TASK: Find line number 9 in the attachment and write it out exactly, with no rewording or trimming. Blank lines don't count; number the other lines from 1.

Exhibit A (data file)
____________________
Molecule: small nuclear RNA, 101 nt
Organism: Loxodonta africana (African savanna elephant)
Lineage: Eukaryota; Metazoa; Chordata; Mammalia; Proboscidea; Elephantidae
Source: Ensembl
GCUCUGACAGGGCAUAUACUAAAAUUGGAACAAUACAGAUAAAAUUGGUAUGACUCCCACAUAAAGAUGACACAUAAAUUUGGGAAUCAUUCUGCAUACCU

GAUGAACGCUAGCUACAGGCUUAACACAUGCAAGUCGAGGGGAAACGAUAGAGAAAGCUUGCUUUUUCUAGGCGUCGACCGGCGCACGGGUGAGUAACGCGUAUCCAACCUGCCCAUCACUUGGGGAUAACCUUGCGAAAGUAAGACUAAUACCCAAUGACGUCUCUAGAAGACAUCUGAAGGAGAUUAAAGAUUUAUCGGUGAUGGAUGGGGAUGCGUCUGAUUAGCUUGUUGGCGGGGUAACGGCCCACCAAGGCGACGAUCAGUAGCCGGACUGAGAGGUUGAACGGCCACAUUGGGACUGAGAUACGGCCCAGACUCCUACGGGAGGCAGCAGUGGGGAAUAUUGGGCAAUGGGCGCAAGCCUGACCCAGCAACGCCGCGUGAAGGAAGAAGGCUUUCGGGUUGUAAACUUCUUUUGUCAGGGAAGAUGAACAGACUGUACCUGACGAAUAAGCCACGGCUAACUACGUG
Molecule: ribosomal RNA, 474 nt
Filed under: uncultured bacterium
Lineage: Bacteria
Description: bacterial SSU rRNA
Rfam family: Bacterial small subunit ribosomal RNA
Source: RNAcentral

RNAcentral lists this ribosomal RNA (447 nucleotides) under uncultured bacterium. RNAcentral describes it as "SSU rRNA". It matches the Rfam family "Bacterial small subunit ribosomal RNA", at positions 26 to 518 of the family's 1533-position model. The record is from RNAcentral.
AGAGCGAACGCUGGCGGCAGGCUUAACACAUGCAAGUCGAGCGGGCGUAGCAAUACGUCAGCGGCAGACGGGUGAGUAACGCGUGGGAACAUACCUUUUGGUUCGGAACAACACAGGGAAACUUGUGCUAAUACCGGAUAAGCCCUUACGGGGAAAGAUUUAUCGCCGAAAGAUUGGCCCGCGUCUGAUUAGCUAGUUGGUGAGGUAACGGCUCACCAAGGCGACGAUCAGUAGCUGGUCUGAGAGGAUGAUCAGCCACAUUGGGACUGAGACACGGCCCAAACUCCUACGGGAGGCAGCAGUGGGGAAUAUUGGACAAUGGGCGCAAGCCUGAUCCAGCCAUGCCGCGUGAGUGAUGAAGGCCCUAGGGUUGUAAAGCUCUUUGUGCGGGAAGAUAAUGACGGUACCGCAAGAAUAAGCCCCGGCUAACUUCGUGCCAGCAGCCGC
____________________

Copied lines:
Lineage: Bacteria